Sunk costs. You learn a lot about them at Wharton. The key thing about sunk costs is to never let them influence future decisions, and that’s exactly the principle I used to recently re-evaluate my involvement in extracurricular activities.
First, an example. Suppose Nike, a company that targets young athletic people, is now considering targeting senior citizens. To decide whether to target this segment, Nike will perform a market research study, which incurs costs from money spent and labor used. Nike will then use the information in the study to decide if the benefits of targeting the elderly segment outweigh the costs. Importantly, the costs incurred in performing the market research study should not affect Nike’s decision because they are sunk costs.
At the beginning of sophomore year, I wanted to leave two clubs I was involved in. I was just starting to discover my interests in data analytics and consulting, and at the same time, I realized that my roles in the Wharton Undergraduate Finance Club (WUFC) and the Student Federal Credit Union (SFCU) were not engaging my interests. Although I knew I wanted to leave, I was faced with a personal dilemma. How do I justify leaving these clubs? I had already spent two semesters with both the SFCU and WUFC and done a significant amount of work for both. If I leave now, doesn’t that mean I wasted two semesters of my time and that all the work was for nothing?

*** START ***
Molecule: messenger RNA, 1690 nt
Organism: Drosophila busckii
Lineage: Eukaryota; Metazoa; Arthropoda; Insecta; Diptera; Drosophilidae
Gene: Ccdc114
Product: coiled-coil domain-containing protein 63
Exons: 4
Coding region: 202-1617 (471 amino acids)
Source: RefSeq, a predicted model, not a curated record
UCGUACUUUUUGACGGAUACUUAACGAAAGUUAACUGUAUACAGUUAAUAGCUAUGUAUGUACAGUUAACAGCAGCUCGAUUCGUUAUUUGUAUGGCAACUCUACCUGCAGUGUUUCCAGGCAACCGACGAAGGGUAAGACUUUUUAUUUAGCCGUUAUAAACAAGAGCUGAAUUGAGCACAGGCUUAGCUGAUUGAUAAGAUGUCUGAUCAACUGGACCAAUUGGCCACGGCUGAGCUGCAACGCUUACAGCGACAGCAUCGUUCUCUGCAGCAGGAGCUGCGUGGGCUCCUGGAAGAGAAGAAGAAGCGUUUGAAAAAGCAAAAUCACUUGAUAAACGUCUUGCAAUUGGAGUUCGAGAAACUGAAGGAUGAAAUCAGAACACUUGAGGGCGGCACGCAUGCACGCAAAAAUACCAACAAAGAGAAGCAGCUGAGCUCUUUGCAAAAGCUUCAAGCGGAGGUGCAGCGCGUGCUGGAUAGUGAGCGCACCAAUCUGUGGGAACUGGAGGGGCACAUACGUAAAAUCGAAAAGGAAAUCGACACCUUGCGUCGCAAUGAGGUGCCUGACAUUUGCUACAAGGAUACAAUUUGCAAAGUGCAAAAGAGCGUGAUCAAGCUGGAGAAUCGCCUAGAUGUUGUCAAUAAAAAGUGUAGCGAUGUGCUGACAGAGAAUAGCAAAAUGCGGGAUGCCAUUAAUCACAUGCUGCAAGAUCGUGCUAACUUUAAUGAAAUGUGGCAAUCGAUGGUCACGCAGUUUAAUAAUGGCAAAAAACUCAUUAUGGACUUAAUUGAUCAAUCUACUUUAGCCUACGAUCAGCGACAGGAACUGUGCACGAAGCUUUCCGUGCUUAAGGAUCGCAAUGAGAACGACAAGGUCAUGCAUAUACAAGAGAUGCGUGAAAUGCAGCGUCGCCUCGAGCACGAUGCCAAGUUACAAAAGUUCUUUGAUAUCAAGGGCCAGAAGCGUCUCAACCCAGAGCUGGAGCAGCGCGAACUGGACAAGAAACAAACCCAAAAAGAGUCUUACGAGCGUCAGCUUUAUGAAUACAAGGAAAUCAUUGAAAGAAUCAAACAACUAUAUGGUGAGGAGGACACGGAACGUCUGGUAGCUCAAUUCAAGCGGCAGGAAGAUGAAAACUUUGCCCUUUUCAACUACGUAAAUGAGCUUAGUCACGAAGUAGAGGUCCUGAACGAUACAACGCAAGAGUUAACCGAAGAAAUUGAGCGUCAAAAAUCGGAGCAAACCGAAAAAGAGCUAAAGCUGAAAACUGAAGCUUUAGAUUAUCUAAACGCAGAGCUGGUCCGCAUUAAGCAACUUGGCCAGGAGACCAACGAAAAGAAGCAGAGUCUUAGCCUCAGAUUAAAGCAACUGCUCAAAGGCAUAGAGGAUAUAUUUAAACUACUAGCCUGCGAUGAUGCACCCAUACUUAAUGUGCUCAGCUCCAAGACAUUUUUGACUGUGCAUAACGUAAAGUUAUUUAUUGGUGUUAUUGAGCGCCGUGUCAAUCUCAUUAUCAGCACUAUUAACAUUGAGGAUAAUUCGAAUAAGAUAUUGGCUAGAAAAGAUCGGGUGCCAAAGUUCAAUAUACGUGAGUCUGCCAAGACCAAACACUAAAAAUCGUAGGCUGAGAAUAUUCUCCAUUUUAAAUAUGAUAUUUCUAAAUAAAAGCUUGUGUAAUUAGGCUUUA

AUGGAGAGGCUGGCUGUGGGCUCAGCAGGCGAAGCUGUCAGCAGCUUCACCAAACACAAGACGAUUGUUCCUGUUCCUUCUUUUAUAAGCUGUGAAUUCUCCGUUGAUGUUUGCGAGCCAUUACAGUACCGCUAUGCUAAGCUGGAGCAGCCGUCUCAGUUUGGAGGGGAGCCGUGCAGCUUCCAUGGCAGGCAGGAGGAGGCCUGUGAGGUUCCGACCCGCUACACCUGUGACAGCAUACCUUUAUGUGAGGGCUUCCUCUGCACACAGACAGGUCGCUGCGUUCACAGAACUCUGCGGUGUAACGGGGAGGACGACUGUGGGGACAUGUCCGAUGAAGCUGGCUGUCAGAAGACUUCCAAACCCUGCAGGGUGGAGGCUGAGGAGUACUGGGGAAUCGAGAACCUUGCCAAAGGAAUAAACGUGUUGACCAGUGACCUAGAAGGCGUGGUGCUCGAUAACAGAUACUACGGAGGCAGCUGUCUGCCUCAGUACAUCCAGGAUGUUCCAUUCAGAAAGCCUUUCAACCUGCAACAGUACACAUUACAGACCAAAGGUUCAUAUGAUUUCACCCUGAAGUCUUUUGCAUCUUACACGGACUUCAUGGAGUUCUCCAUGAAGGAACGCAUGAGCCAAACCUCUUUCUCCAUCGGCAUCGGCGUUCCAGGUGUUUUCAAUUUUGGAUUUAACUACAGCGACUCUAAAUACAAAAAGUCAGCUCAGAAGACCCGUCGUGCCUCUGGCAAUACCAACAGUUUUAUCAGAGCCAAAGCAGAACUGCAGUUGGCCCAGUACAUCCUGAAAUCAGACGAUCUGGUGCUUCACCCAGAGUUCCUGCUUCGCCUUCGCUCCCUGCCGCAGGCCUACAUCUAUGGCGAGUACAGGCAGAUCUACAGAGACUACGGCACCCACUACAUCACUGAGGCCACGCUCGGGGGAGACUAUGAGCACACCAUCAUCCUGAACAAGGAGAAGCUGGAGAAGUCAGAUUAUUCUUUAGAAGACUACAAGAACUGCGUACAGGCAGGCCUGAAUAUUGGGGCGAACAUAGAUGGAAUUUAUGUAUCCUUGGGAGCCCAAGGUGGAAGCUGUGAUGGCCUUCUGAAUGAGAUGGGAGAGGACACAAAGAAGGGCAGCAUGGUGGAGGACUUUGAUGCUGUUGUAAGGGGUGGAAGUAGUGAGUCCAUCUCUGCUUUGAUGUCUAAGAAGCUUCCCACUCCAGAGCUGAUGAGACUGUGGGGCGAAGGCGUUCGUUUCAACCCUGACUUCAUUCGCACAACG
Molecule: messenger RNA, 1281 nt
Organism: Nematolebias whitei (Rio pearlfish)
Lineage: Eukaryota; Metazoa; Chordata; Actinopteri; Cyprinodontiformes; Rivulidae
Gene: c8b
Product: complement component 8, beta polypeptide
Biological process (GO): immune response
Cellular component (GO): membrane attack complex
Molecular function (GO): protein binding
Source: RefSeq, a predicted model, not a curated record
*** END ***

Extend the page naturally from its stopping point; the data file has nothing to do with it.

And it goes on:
I felt stuck in this dilemma of justifying my leaving until I started to approach it differently. I realized that my involvement in the SFCU and WUFC was an experiment. The purpose of this experiment was to provide information valuable in answering the question, “Are finance and banking areas that interested me?” analogous to Nike’s question, “Are senior citizens worth targeting?” By the beginning of my second year, I had the results of my experiment, and the results indicated that I was not interested in finance and banking. The costs of time and work done for the SFCU and WUFC were sunk costs, just like the costs of the Nike market research study.
Putting these sunk costs aside, I weighed the benefits of leaving these clubs (e.g., the opportunity to engage in more interesting activities) against the costs (e.g., upsetting my peers in those clubs) and discovered that the benefits of leaving were much greater. Consequently, I dropped my commitments to the SFCU and WUFC and have since become involved in three new activities on campus. As I near the end of my sophomore year, I am having a blast with my new activities, and that decision to leave the SFCU and WUFC feels like it was the right one.
In general, I would encourage students to use this type of approach when reevaluating their commitments, maybe once or twice each semester. If you do decide to drop a commitment, it is important to always be professional and respectful to your peers, in addition to being rational. But most important of all, never let sunk costs hold you back from making the right decision.
Editor’s note: This blog originally appeared on the Wharton Undergraduate Program’s Student Voices blog on May 14, 2015.